Mumbai: Sunday closure of petrol pumps fuels debate among experts
Last-minute decisions to go on long drives on Sunday may become a thing of the past. From May 14, at least 23,000 petrol pumps, including those in Mumbai, all under the aegis of the Consortium of Indian Petroleum Dealers (CIPD), will run dry
Come May 14, fuel stations will close every Sunday. Pic for Representation
Last-minute decisions to go on long drives on Sunday may become a thing of the past. From May 14, at least 23,000 petrol pumps, including those in Mumbai, all under the aegis of the Consortium of Indian Petroleum Dealers (CIPD), will run dry. Fuel stations across eight states, including Maharashtra, will put their shutters down in an effort to conserve oil. "It is a decision that will be good for the environment too," says Mumbai's Ravi Shinde, president of the Petrol Dealers Association.
'Not ready for the move'
Nitin Dossa, executive chairman of Western India Automobile Association (WIAA), however, slams the move as an ill-thought one. Dossa asks, "What will happen if people need fuel for an emergency? I do not think this ridiculous closure of petrol pumps will achieve its objective. At least one oil company should keep its fuel stations each week."
Dossa, avid vintage car collector and owner, fears that this will lead to black marketing of petrol. "Cabs may also hold people to ransom. The government must give incentives to other fuel-saving measures like boosting the purchase of electric cars, encouraging the manufacturers and giving them subsidies, and giving owners parking facilities."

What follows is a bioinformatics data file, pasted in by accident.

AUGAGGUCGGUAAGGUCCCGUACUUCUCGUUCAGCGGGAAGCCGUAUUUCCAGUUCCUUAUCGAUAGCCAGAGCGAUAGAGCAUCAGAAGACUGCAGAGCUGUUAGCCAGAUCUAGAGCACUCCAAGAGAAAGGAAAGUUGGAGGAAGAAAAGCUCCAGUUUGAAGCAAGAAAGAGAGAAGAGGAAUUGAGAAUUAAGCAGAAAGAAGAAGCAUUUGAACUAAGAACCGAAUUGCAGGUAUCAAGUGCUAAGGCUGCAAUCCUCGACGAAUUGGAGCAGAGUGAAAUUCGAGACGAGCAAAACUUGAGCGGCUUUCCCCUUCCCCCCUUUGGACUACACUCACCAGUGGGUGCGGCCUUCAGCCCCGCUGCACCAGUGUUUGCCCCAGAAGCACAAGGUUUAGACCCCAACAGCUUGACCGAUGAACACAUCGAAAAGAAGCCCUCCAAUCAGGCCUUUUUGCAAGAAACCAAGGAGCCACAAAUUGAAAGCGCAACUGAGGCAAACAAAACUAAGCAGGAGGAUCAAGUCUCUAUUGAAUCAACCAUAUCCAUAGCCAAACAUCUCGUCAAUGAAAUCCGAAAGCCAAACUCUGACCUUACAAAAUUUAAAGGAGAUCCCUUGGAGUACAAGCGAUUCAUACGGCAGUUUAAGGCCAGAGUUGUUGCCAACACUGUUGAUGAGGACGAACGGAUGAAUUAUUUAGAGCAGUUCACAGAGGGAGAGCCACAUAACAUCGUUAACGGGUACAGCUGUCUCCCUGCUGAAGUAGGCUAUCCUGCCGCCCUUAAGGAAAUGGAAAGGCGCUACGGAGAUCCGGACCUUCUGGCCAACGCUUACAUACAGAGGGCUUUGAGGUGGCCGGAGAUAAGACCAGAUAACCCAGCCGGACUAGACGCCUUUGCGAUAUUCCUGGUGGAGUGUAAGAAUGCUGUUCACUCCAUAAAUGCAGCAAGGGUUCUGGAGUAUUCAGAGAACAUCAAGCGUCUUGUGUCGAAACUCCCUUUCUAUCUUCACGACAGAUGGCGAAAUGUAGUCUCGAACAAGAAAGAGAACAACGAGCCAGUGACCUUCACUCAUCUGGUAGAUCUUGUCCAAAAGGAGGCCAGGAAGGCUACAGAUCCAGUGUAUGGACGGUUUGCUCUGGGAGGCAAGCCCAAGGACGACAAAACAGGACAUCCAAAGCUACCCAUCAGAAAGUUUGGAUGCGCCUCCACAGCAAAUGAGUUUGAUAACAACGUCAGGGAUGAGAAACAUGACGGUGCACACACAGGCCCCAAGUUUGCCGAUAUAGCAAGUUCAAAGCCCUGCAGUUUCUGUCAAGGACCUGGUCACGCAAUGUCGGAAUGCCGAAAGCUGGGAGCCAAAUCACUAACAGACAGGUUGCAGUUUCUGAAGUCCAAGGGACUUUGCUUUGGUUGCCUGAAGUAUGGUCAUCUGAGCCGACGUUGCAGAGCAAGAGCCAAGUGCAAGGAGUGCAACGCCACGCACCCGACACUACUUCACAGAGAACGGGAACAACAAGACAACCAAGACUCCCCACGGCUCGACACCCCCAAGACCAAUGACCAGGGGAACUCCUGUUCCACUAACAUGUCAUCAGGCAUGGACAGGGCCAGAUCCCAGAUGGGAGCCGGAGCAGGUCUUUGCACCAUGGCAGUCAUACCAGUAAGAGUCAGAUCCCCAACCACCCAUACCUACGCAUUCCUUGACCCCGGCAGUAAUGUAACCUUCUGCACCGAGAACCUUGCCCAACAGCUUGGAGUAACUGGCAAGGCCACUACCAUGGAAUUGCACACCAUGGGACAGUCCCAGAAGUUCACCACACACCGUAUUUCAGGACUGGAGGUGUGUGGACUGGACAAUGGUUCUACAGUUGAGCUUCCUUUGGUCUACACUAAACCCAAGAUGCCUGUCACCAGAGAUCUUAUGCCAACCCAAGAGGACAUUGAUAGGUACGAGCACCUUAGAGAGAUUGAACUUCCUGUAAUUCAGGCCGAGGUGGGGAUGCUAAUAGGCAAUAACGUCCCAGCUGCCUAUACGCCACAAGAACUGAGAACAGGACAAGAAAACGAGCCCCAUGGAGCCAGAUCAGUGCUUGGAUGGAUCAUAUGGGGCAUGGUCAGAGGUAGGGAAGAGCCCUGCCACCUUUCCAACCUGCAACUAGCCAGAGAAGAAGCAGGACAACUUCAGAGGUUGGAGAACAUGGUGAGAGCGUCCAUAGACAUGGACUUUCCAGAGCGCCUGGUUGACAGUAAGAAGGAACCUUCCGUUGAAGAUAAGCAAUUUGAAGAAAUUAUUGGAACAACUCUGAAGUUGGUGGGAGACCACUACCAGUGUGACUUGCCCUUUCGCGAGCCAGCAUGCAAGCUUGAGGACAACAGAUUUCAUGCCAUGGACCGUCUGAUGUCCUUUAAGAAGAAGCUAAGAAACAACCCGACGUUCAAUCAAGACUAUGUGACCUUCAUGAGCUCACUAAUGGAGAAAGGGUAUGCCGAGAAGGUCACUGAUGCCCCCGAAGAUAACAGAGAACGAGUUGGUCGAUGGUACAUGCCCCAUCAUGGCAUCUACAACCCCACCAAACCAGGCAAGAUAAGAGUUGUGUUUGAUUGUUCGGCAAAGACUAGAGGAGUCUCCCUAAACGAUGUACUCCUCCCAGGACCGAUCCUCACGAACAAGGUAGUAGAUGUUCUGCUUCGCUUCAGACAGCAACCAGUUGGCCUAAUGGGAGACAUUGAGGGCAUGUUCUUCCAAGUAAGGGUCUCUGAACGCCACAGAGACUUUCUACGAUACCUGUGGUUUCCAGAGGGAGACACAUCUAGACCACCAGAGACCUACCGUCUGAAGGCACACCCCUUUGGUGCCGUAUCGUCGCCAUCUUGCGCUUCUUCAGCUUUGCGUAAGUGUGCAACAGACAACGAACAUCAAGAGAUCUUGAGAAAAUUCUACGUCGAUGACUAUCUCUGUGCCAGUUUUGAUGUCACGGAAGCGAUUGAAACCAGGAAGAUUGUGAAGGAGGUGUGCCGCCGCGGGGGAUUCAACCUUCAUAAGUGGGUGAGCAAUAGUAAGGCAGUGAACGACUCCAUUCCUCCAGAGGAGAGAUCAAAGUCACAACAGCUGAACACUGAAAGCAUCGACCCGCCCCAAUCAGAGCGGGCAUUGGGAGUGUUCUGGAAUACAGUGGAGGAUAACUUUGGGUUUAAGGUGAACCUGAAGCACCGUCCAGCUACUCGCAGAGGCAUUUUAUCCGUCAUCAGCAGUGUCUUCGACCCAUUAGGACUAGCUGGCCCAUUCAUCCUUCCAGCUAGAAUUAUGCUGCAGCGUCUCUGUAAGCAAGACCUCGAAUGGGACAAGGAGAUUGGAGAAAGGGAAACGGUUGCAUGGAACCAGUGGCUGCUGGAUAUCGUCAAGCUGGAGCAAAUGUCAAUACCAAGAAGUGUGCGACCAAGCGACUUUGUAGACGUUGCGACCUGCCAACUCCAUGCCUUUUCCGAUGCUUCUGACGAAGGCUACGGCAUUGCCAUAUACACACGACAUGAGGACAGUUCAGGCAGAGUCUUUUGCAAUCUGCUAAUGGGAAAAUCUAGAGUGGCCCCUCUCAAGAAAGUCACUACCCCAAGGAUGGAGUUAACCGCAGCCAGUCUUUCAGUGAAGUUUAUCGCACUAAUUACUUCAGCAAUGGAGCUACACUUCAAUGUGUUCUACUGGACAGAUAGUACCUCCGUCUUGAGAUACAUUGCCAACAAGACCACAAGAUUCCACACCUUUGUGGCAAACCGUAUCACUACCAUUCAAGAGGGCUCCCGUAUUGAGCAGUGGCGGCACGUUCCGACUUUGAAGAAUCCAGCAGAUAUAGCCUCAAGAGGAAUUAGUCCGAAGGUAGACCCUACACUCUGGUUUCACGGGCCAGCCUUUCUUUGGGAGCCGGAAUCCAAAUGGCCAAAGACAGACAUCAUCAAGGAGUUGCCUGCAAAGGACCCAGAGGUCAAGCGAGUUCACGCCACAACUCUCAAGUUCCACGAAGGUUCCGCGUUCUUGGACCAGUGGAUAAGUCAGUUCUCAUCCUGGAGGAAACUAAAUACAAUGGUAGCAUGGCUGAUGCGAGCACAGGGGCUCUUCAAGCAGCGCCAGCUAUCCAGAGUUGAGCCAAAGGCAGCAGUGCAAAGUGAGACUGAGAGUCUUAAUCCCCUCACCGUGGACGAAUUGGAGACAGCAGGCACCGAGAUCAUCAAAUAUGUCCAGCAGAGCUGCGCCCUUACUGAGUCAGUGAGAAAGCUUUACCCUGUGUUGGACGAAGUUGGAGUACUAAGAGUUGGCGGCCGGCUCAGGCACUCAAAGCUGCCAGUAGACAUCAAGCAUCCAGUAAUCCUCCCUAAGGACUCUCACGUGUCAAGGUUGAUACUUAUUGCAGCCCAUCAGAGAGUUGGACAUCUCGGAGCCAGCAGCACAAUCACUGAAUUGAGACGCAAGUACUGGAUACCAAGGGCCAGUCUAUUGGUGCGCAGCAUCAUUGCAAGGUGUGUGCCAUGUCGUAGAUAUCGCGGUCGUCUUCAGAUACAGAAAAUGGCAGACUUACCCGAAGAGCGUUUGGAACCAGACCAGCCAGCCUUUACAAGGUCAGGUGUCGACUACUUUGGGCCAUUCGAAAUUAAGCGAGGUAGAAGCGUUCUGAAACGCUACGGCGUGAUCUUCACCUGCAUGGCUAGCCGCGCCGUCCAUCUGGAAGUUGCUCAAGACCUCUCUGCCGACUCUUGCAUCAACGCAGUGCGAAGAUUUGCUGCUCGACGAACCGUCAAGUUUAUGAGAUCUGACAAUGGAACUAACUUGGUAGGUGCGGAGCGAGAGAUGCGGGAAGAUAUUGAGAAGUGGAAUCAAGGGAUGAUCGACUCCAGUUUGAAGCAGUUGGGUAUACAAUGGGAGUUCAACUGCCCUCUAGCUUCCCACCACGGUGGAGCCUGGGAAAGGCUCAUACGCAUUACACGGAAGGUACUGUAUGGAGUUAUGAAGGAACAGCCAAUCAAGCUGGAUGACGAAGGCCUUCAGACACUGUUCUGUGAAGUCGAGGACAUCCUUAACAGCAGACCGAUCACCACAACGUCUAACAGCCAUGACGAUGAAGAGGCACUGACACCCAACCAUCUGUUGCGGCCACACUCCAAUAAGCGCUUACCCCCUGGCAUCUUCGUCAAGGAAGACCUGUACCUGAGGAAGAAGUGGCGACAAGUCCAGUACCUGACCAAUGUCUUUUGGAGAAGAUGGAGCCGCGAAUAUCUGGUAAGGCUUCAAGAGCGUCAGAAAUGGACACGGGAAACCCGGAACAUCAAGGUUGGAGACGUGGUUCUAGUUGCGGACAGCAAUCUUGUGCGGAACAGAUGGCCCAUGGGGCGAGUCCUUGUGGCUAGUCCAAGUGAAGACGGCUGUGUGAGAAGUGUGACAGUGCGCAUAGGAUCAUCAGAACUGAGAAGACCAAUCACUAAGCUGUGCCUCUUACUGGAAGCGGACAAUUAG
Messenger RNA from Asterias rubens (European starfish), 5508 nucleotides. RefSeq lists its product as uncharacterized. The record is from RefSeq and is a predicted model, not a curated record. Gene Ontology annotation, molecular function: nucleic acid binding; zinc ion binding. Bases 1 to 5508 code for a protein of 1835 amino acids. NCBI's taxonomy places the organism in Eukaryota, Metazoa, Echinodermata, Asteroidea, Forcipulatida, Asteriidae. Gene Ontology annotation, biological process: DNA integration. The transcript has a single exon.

'This is a starting point'
The Sunday closure though finds support in Debashis Roy Chowdhury, director (Western Region) of the Petroleum Conservation Research Association, which has its office in Bandra-Kurla Complex.
Says Chowdhury, "Let us look at this as a starting point. We have to get things off the table. There will be many more steps towards conservation, which include awareness workshops and actions like fully automated toll nakas."
He adds, "People have to make fuel conservation a part of their driving DNA. For instance, if you see a red light for 90 seconds, then shut off your engine." Till that conservation awareness and practice comes in, Chowdhury believes that closing petrol pumps on one day of the week is good. He explains, "I do not think the four-wheel driver is going to suffer massively. It is the commuters who put petrol daily for Rs 100/150 that may be impacted."
Shinde also says the closure will fulfill a two-pronged objective. "One will be fuel conservation and the other; it will help us reduce our expenditure or costs."
He adds, "I have heard irked people say that the Essential Commodities Act should be invoked, and we should not be allowed to close, but I do not think that will be possible."
'Commuters will get used to it'
"This is a small attempt at fuel conservation and saving the environment. Largely, people may be unaffected, except maybe a small number who are speed bikers or fun drivers likely to zoom around on Sundays," says Shinde.
Fears of serpentine queues on Fridays and Saturdays at petrol pumps are dispelled by the supporters of the closure, saying that once people are used to the concept, they will automatically fill their tanks for the week.
President of the Petrol Dealers Association
'Petrol will be available for emergency vehicles on Sunday. There will be skeleton staff to service ambulances'
Executive chairman of Western India Automobile Association
'We need to have a much better public transportation system, before implementing this'